Jess and Brandon answer your questions: Is it normal to want your wife to be a hot-wife? Should I use an enema before anal? What should I do if I can’t get it in? Can a sexless marriage work? Can a couple really recover after cheating? How do I know if I should call it quits on a relationship? And many, many more. Please see a rough transcript below. Thank you to Desire Resorts & Desire Cruises for their support. Be sure to check them out because they offer a clothing-optional couples experience that is unlike any other. To celebrate our 100th episode, we started answering 100 of your questions last week and we continue this week: 39. Is there really a way to move past a cheating partner? Yes. If the one who cheated is not making excuses and is willing to do the work. And if the one who didn’t cheat agrees that they’ll be vulnerable and honest about what they feel AND not use the cheating as a weapon moving forward (e.g. in arguments unrelated to cheating). 40. How can you introduce compromise to a partner who always believes their way is the right way? You compromise first. It’s disarming. If you take an issue that you’re fighting about and say mea culpa - I need to change. The angriest, most stubborn person will likely follow suit. 41. How do you know enough is enough, and you’re just running your own race? If your partner isn’t willing to put in effort to make the relationship work - this might be a sign that you’re not able to become compatible. Having said that, just because they won’t put in the same type of effort you put in doesn’t mean it’s on them to conform to your expectations. But if you’ve tried to work on the relationship from multiple angles - by talking, by arguing, by going to therapy, by completing self-help programs together, by carving time out and you’ve tried a variety of approaches and asked them how they’d like to work on it AND they’re open to none of them, you’re in a relationship with yourself. Try asking them: do you want to work on this relationship and make it better? If they say yes, ask them how they’d like to work on it. 42. Can a man’s semen stink if they drink beer? Is there something that causes women to have a funny smell? Yes. We don’t have scientific evidence that what you eat and drink changes your taste or smell, but we have so many anecdotal reports that I simply can’t ignore. Diets high in fruits and veggies and supposed to increase sweetness and preservatives, smoking and alcohol have been said to change the taste so that it’s more bitter. And when someone ejaculates inside of you, it can absolutely change the way you smell, but the self-cleaning oven will clean it out. And again, always get tested — regardless of whether or not you’re using condoms. 43. How tall are you? 5’4" 44. How do you get brave enough to try new things in the bedroom? Start slow and small. Try it next to the bed instead of in the bed. Then move to the shower and add silicone based lube because you’ll need it in there. Try whispering a few words right before orgasm when your inhibitions are lower. When you get more turned on, the chemical shifts in your body help you to be less self conscious and more confident. And don’t feel pressure to do everything. The tiniest change can have the biggest impact. 45. Can sex still be healthy if it is quick, under 15 minutes all the time? That’s way longer than average. Porn sex lasts so long that our expectations become unrealistic. But if it’s not long enough for you, think about other things you can do - with your hands, your mouth, your toys. Don’t get hung up on intercourse. There is a reason lesbian women have more orgasms that straight women - they’re not hung up on the D. 46.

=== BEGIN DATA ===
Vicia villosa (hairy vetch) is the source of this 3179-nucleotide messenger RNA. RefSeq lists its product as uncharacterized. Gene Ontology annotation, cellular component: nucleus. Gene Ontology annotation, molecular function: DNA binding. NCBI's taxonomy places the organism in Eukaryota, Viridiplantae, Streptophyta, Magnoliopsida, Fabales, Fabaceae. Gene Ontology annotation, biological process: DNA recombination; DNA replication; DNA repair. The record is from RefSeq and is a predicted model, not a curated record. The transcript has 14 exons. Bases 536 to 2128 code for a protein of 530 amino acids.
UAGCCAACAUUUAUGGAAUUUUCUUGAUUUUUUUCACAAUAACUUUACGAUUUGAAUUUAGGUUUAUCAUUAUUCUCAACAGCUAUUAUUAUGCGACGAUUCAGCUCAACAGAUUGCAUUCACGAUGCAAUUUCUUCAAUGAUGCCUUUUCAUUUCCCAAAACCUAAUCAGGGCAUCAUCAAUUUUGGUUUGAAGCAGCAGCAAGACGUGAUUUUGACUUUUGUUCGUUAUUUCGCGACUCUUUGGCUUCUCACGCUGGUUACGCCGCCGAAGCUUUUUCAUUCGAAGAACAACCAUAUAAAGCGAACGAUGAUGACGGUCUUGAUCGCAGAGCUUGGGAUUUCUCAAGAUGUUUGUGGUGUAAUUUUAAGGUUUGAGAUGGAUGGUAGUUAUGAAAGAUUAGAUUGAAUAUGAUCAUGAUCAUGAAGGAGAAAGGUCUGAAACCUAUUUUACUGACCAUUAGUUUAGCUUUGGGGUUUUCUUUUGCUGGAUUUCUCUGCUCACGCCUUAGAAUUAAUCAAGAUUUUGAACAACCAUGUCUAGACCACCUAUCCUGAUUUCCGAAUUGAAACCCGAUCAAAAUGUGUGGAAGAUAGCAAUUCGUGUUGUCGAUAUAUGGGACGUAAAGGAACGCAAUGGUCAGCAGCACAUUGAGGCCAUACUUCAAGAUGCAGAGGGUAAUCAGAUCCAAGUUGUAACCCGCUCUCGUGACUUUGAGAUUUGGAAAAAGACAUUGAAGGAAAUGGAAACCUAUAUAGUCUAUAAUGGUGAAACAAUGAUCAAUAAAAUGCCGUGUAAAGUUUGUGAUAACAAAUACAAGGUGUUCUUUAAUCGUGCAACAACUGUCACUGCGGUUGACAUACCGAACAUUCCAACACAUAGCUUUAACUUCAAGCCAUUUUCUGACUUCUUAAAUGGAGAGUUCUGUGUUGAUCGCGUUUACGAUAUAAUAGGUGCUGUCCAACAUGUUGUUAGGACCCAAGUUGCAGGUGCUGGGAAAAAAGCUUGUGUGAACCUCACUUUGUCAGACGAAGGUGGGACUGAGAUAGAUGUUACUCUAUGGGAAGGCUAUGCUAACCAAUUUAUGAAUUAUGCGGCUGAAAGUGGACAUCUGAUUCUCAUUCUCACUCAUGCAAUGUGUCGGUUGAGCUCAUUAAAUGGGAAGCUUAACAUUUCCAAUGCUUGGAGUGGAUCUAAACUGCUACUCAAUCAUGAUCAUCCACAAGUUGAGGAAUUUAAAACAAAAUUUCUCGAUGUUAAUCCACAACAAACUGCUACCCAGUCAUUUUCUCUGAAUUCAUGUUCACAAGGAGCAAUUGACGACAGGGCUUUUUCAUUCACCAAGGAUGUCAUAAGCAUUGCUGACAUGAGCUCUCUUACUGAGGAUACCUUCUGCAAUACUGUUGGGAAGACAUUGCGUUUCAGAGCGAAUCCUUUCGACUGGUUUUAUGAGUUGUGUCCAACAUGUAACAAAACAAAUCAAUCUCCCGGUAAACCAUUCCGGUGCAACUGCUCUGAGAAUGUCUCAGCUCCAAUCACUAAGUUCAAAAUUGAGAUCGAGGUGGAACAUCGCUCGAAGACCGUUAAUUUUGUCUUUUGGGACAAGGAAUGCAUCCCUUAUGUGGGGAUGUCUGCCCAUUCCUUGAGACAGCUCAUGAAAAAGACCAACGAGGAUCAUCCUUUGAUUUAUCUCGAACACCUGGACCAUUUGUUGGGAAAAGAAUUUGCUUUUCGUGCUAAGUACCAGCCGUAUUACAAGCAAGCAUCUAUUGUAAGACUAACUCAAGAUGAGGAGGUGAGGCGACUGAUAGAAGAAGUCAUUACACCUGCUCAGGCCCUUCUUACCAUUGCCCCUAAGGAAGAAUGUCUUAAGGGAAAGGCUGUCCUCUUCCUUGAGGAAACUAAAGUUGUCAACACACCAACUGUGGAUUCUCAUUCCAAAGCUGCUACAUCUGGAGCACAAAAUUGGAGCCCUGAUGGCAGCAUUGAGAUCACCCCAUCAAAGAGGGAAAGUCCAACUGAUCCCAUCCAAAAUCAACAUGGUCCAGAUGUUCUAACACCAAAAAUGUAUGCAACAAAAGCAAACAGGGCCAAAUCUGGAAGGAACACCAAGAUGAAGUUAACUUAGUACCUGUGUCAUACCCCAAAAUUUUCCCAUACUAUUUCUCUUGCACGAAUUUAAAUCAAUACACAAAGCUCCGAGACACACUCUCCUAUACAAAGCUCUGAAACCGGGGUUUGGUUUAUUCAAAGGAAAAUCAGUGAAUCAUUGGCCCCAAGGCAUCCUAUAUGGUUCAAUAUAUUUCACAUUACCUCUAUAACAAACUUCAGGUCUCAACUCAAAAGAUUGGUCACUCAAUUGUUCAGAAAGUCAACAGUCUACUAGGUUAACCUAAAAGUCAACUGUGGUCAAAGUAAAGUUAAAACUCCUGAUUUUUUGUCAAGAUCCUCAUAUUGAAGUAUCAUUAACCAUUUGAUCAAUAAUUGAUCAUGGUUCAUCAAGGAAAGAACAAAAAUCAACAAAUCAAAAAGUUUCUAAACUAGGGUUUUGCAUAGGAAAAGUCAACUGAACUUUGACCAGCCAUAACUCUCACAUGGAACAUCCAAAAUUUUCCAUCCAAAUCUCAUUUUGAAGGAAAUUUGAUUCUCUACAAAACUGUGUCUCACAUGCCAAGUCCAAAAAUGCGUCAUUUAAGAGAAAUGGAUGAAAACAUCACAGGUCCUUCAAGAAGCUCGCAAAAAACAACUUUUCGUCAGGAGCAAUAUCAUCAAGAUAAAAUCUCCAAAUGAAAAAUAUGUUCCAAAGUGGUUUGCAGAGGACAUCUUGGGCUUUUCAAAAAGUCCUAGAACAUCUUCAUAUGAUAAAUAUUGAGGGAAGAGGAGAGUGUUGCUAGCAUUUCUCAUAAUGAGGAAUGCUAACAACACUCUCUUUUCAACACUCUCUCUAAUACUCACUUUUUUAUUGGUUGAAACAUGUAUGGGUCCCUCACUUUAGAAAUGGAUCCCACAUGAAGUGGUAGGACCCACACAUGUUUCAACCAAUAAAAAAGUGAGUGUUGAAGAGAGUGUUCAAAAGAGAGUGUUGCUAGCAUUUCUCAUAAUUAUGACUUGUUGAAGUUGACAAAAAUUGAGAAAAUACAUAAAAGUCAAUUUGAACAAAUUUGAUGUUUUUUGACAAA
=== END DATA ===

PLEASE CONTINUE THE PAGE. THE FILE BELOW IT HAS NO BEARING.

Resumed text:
38 Sex Questions Answered | File Type: audio/mpeg | Duration: 51:02